The work from home dream has become a forced reality in 2020, and for many, it may not be the ideal way to work. Employers need to understand the risks and responsibilities involved for employees who continue to work from home – some or all of the time – as COVID-19 restrictions start to ease.
Your legal responsibility
As an employer, you still have a legal responsibility to adhere to workplace health and safety laws for all employees working at a location other than your workplace. This includes staff who are working from home. In fact, as much as practicably possible, employers are responsible for the health and safety of remote workers.
The workers, however, are also responsible for taking reasonable care of their own health and safety, including complying with relevant, reasonable company procedures and policies.
The Working from Home Risk Assessment
Here are three important considerations when deciding whether employees can or should work from home.
- Is working from home appropriate for your workers?
The decision on whether employees should work from home should be made in consultation with the employee and their representative. Remember to consider:
- Whether the work can be effectively carried out from home
- If the physical environment is suitable, including workstation set-up, ergonomics and home environment
- Whether your organisational procedures support workers who are working from home, including the communication requirements
- The mental health and wellbeing of the worker, including whether they fall within the vulnerable person category for contracting the coronavirus
- Whether your flexible-work policies and procedures need to be adjusted to facilitate working from home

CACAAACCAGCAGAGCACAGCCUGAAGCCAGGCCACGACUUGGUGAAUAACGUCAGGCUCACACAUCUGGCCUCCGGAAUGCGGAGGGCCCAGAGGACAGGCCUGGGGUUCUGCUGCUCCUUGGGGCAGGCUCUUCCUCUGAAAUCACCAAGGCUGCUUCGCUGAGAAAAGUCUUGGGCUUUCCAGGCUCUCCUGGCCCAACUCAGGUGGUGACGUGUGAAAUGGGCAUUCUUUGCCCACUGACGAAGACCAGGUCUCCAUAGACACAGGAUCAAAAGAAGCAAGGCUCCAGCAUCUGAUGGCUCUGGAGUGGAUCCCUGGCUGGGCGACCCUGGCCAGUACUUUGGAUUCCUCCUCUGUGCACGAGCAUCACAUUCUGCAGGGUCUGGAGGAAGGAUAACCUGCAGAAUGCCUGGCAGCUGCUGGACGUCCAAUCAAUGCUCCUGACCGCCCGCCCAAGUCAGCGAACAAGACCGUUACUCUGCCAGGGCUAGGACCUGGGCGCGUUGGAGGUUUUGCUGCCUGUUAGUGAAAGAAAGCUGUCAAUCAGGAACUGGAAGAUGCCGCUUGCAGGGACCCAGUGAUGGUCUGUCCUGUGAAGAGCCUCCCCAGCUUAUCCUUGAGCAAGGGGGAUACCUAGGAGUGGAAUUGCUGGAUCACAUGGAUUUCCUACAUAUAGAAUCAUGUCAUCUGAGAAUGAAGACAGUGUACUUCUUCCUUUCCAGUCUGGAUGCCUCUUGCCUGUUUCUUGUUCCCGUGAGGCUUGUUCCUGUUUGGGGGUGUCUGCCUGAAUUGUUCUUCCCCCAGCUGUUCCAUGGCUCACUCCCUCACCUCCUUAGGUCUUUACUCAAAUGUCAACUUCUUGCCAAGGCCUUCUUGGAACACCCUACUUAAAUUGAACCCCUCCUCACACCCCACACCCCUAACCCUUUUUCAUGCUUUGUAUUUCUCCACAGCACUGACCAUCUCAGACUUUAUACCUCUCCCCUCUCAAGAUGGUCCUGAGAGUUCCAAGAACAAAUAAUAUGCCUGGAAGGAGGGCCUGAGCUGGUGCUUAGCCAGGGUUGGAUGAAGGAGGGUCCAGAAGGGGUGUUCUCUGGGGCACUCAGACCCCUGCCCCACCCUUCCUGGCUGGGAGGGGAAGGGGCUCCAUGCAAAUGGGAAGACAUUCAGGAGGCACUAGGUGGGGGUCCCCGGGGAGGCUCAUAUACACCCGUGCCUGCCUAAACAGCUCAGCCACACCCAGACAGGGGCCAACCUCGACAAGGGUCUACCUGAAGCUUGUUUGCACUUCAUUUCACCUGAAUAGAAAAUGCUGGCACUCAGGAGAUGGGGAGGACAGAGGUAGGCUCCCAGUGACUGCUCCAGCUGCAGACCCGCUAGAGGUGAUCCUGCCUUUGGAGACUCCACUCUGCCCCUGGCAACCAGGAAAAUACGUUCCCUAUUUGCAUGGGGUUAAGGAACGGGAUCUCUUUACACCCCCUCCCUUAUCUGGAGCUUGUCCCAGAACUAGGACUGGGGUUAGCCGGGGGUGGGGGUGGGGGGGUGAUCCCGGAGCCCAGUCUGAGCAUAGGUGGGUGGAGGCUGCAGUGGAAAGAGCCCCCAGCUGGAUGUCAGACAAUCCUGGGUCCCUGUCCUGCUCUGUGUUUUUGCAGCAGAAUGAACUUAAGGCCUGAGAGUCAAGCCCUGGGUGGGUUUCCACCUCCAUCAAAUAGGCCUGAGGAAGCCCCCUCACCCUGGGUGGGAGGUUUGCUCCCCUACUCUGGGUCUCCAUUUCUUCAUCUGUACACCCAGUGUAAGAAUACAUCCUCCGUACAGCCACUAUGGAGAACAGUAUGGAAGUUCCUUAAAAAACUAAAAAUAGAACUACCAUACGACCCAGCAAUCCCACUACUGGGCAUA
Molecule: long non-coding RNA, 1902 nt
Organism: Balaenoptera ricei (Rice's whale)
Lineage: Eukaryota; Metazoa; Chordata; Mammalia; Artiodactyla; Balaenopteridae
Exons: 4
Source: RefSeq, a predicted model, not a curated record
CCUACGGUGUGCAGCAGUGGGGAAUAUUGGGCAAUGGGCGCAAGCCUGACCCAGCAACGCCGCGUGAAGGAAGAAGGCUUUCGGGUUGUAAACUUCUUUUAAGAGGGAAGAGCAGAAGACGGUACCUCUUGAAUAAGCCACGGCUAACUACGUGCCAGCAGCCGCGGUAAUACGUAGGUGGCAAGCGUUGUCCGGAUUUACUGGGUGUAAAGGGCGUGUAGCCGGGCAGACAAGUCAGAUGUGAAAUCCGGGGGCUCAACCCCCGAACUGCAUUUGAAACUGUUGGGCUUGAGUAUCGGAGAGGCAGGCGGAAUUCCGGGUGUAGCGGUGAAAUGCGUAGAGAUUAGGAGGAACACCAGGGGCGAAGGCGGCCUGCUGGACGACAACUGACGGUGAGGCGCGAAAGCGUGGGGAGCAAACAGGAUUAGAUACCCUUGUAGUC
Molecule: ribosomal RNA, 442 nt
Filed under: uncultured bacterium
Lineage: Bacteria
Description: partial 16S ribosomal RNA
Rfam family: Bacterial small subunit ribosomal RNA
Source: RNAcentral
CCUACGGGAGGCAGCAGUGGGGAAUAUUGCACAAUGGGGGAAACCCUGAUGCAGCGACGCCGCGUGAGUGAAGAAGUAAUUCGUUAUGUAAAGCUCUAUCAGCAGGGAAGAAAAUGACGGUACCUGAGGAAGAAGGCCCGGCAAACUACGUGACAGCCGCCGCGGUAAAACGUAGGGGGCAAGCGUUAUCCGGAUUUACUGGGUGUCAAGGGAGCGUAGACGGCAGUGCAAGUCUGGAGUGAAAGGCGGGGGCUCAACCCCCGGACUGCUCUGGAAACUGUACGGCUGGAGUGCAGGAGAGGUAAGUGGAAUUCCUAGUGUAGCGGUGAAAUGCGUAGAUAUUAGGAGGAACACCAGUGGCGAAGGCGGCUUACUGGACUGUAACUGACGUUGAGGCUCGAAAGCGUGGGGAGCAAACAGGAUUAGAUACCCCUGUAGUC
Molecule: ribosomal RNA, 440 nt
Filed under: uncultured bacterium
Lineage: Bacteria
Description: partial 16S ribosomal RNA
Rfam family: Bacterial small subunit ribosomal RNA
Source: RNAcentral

- Your safe working procedures and any relevant training requirements
- What are the risks of working from home?
Both employer and worker share the responsibility towards managing the risks of working from home. Again, it’s essential to consult with workers about their home environment and any potential risks. Consider the following:
- Workstation set-up including furniture and equipment
- Workload management, working hours and breaks
- The physical environment such as lighting, temperature, safety and hygiene
- Communication frequency and needs (between employer, managers and other team members)
- Mental health and well-being
- Additional responsibilities, such as caring for children or facilitating online learning for children
Working from home, in isolation from others, can present a new set of hazards that employers and employees should be aware of. For example:
- Will the worker have access to emergency care if needed?
- Does the home environment expose the worker to occupational violence and aggression or family violence?
- Will worker fatigue need to be managed?
- Is manual handling required in the course of their duties?
Some of the actions employers can take to help mitigate the risks of working from home include:
- Requiring a workstation self-assessment and providing guidance on good workstation set-up
- Ensuring workers are familiar with sound ergonomic practices
- Maintaining regular communication with workers through various means such as calls, video chat and email
- Providing access to an Employee Assistance Program (EAP) and a representative to talk to about any concerns workers may have
- The unseen hazards: psychosocial considerations
Working from home brings with it unseen psychosocial risks such as:
- Reduced social support and interaction with managers and colleagues
- The potential for reduced social interaction with family and friends due to lock-down or isolation requirements
- Online bullying and
- The potential for domestic violence
For information, guidance and support in planning for and mitigating the risks associated with staff working from home, call The HR Dept.